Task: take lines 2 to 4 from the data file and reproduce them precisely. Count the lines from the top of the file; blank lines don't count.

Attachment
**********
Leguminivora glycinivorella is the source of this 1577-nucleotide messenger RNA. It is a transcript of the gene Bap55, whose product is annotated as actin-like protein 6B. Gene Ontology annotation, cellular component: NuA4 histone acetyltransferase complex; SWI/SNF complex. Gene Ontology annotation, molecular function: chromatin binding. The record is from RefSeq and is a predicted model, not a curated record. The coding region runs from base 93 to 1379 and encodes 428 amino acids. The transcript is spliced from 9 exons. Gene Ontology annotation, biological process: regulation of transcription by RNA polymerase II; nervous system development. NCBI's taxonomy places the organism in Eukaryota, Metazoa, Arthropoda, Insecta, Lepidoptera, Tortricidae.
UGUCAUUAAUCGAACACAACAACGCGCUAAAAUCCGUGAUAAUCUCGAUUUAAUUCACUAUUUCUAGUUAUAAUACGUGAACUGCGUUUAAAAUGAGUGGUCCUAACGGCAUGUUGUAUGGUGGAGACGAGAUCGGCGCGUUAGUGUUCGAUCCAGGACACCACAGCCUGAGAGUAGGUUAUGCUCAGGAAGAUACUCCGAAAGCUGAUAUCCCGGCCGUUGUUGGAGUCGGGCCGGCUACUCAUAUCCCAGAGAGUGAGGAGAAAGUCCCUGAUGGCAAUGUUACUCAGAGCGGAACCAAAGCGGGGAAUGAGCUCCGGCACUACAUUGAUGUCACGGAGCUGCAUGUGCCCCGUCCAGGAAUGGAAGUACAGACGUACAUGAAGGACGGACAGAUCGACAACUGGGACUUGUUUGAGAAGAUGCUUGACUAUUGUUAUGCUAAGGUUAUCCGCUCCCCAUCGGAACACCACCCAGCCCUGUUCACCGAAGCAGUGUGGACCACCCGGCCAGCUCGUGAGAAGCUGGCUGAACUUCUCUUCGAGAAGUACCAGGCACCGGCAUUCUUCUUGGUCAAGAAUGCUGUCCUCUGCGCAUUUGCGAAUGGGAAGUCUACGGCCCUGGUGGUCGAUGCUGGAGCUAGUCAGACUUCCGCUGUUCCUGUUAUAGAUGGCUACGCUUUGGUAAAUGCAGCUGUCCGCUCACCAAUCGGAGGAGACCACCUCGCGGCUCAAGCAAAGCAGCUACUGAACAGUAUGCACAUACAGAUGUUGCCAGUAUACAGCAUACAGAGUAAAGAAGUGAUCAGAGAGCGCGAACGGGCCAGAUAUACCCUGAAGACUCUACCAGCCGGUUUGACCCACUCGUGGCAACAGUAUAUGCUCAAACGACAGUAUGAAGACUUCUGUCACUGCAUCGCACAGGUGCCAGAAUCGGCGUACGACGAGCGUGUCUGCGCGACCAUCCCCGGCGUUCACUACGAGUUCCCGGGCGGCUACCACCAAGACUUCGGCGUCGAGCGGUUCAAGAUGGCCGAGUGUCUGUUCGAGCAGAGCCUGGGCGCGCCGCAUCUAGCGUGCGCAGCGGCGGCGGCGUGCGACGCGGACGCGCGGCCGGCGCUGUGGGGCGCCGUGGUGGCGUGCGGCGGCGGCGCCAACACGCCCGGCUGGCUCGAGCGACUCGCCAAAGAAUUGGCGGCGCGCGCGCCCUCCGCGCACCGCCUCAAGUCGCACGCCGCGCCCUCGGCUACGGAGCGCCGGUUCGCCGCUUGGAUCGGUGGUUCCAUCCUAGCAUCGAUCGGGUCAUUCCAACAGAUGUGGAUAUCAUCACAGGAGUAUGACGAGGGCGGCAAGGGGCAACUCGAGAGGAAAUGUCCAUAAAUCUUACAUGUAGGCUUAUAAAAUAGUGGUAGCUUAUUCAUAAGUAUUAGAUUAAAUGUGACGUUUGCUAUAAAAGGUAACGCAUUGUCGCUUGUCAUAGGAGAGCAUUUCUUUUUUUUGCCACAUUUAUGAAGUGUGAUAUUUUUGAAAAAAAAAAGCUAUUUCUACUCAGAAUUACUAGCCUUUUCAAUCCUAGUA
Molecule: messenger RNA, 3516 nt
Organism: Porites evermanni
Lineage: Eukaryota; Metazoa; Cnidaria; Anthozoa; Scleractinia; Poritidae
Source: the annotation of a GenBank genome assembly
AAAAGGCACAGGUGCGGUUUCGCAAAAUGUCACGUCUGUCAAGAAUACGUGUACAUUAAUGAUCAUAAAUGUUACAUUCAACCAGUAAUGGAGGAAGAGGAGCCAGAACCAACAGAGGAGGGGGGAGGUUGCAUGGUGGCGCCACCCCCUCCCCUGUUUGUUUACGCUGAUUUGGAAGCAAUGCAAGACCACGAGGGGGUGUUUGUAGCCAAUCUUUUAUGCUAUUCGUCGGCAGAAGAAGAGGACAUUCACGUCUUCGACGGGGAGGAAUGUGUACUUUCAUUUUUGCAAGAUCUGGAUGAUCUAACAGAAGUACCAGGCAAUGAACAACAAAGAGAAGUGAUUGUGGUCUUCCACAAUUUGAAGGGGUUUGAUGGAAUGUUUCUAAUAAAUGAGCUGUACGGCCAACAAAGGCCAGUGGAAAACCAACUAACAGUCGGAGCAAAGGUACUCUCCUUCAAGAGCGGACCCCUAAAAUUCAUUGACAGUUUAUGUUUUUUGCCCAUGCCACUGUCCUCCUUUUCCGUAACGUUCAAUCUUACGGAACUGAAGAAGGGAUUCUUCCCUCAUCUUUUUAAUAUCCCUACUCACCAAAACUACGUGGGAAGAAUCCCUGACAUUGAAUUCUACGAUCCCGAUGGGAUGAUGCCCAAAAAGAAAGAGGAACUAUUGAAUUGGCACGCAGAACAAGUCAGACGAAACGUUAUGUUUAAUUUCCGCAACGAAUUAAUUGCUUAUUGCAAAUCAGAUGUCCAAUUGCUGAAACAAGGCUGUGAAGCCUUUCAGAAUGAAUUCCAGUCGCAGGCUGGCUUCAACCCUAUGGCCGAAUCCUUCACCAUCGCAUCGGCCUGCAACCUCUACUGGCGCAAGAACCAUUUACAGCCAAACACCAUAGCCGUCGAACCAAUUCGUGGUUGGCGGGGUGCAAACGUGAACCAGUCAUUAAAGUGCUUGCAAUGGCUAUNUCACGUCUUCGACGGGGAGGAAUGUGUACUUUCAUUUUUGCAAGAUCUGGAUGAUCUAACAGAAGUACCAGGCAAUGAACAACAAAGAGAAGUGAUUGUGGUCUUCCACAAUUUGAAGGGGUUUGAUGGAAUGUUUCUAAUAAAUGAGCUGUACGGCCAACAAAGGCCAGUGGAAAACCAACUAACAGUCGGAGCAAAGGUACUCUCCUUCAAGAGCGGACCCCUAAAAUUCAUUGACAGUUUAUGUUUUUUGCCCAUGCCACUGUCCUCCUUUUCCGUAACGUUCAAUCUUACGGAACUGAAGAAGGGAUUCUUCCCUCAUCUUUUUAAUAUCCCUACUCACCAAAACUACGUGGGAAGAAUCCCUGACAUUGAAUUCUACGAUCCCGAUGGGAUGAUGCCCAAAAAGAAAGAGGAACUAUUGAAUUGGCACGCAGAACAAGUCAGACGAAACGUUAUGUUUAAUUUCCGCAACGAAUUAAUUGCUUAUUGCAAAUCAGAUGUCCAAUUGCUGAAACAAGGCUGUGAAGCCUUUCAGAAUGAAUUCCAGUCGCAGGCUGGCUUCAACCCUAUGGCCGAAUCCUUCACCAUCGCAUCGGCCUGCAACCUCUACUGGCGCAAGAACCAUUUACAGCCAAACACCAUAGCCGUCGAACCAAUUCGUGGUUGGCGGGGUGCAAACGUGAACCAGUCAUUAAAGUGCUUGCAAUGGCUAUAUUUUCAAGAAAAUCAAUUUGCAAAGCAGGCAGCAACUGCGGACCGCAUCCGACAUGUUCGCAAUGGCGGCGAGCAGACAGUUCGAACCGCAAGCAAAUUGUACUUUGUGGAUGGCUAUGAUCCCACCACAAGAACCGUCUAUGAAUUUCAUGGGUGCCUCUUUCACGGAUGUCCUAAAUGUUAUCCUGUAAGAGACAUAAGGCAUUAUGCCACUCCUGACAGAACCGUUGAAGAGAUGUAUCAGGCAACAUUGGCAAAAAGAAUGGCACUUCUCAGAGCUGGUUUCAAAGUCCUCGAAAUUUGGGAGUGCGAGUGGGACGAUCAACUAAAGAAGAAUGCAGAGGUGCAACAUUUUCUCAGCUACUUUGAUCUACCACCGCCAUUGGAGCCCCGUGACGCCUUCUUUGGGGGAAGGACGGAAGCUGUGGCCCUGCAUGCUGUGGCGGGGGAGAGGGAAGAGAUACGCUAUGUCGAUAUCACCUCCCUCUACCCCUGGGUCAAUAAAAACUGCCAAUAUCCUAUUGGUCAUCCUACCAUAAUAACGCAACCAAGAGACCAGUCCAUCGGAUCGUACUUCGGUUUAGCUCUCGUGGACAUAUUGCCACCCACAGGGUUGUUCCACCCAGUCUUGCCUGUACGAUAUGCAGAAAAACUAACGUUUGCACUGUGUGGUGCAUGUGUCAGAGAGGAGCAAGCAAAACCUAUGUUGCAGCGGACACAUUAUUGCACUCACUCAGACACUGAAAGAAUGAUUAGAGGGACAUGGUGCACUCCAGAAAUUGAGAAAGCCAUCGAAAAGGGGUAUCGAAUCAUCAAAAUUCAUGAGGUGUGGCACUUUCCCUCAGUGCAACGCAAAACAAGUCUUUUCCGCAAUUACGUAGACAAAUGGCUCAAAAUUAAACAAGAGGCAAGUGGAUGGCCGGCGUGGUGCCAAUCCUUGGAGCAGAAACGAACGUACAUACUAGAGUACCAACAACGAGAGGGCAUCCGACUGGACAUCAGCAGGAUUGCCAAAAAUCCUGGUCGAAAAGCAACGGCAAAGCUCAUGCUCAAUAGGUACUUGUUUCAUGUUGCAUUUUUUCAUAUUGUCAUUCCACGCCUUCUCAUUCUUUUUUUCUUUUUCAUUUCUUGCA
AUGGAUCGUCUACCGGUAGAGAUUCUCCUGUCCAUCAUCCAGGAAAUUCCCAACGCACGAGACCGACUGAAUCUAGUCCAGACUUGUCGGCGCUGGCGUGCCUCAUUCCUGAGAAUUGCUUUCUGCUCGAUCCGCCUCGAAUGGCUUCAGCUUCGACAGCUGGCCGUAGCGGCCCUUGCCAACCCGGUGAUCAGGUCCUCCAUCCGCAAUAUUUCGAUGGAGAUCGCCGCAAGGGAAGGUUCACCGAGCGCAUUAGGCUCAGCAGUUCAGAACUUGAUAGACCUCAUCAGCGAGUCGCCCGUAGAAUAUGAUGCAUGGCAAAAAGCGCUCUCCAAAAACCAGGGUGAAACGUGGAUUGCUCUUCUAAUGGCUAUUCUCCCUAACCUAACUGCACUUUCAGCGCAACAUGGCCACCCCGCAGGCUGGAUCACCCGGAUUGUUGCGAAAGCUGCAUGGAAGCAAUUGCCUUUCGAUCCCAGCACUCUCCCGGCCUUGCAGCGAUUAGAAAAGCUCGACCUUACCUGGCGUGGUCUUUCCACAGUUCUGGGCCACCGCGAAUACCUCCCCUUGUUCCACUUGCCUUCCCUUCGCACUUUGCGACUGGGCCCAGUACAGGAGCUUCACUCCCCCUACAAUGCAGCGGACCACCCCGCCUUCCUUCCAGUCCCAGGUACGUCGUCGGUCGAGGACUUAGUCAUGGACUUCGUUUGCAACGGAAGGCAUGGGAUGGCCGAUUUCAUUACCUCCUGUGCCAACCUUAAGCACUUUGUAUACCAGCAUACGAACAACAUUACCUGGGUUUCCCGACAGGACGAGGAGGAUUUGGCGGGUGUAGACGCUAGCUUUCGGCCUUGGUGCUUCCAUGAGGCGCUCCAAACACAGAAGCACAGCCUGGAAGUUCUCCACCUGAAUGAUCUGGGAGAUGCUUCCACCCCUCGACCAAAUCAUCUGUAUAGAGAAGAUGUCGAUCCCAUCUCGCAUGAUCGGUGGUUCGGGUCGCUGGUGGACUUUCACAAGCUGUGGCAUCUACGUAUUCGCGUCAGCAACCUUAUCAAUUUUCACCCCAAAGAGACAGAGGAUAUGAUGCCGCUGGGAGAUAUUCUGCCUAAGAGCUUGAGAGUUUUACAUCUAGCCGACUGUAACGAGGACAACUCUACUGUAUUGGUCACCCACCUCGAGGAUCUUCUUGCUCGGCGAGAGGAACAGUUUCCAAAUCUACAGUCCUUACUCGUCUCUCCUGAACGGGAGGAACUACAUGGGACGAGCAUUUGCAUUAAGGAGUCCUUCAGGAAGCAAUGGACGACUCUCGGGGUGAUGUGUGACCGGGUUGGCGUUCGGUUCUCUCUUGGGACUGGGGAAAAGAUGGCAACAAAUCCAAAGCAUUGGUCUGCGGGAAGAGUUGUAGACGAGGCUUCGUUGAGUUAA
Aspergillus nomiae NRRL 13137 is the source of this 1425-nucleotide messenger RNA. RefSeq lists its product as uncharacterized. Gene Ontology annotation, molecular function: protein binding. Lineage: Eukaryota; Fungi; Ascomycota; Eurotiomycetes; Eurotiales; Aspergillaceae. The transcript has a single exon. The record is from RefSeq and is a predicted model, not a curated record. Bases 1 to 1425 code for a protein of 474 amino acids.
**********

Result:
UGUCAUUAAUCGAACACAACAACGCGCUAAAAUCCGUGAUAAUCUCGAUUUAAUUCACUAUUUCUAGUUAUAAUACGUGAACUGCGUUUAAAAUGAGUGGUCCUAACGGCAUGUUGUAUGGUGGAGACGAGAUCGGCGCGUUAGUGUUCGAUCCAGGACACCACAGCCUGAGAGUAGGUUAUGCUCAGGAAGAUACUCCGAAAGCUGAUAUCCCGGCCGUUGUUGGAGUCGGGCCGGCUACUCAUAUCCCAGAGAGUGAGGAGAAAGUCCCUGAUGGCAAUGUUACUCAGAGCGGAACCAAAGCGGGGAAUGAGCUCCGGCACUACAUUGAUGUCACGGAGCUGCAUGUGCCCCGUCCAGGAAUGGAAGUACAGACGUACAUGAAGGACGGACAGAUCGACAACUGGGACUUGUUUGAGAAGAUGCUUGACUAUUGUUAUGCUAAGGUUAUCCGCUCCCCAUCGGAACACCACCCAGCCCUGUUCACCGAAGCAGUGUGGACCACCCGGCCAGCUCGUGAGAAGCUGGCUGAACUUCUCUUCGAGAAGUACCAGGCACCGGCAUUCUUCUUGGUCAAGAAUGCUGUCCUCUGCGCAUUUGCGAAUGGGAAGUCUACGGCCCUGGUGGUCGAUGCUGGAGCUAGUCAGACUUCCGCUGUUCCUGUUAUAGAUGGCUACGCUUUGGUAAAUGCAGCUGUCCGCUCACCAAUCGGAGGAGACCACCUCGCGGCUCAAGCAAAGCAGCUACUGAACAGUAUGCACAUACAGAUGUUGCCAGUAUACAGCAUACAGAGUAAAGAAGUGAUCAGAGAGCGCGAACGGGCCAGAUAUACCCUGAAGACUCUACCAGCCGGUUUGACCCACUCGUGGCAACAGUAUAUGCUCAAACGACAGUAUGAAGACUUCUGUCACUGCAUCGCACAGGUGCCAGAAUCGGCGUACGACGAGCGUGUCUGCGCGACCAUCCCCGGCGUUCACUACGAGUUCCCGGGCGGCUACCACCAAGACUUCGGCGUCGAGCGGUUCAAGAUGGCCGAGUGUCUGUUCGAGCAGAGCCUGGGCGCGCCGCAUCUAGCGUGCGCAGCGGCGGCGGCGUGCGACGCGGACGCGCGGCCGGCGCUGUGGGGCGCCGUGGUGGCGUGCGGCGGCGGCGCCAACACGCCCGGCUGGCUCGAGCGACUCGCCAAAGAAUUGGCGGCGCGCGCGCCCUCCGCGCACCGCCUCAAGUCGCACGCCGCGCCCUCGGCUACGGAGCGCCGGUUCGCCGCUUGGAUCGGUGGUUCCAUCCUAGCAUCGAUCGGGUCAUUCCAACAGAUGUGGAUAUCAUCACAGGAGUAUGACGAGGGCGGCAAGGGGCAACUCGAGAGGAAAUGUCCAUAAAUCUUACAUGUAGGCUUAUAAAAUAGUGGUAGCUUAUUCAUAAGUAUUAGAUUAAAUGUGACGUUUGCUAUAAAAGGUAACGCAUUGUCGCUUGUCAUAGGAGAGCAUUUCUUUUUUUUGCCACAUUUAUGAAGUGUGAUAUUUUUGAAAAAAAAAAGCUAUUUCUACUCAGAAUUACUAGCCUUUUCAAUCCUAGUA
Molecule: messenger RNA, 3516 nt
Organism: Porites evermanni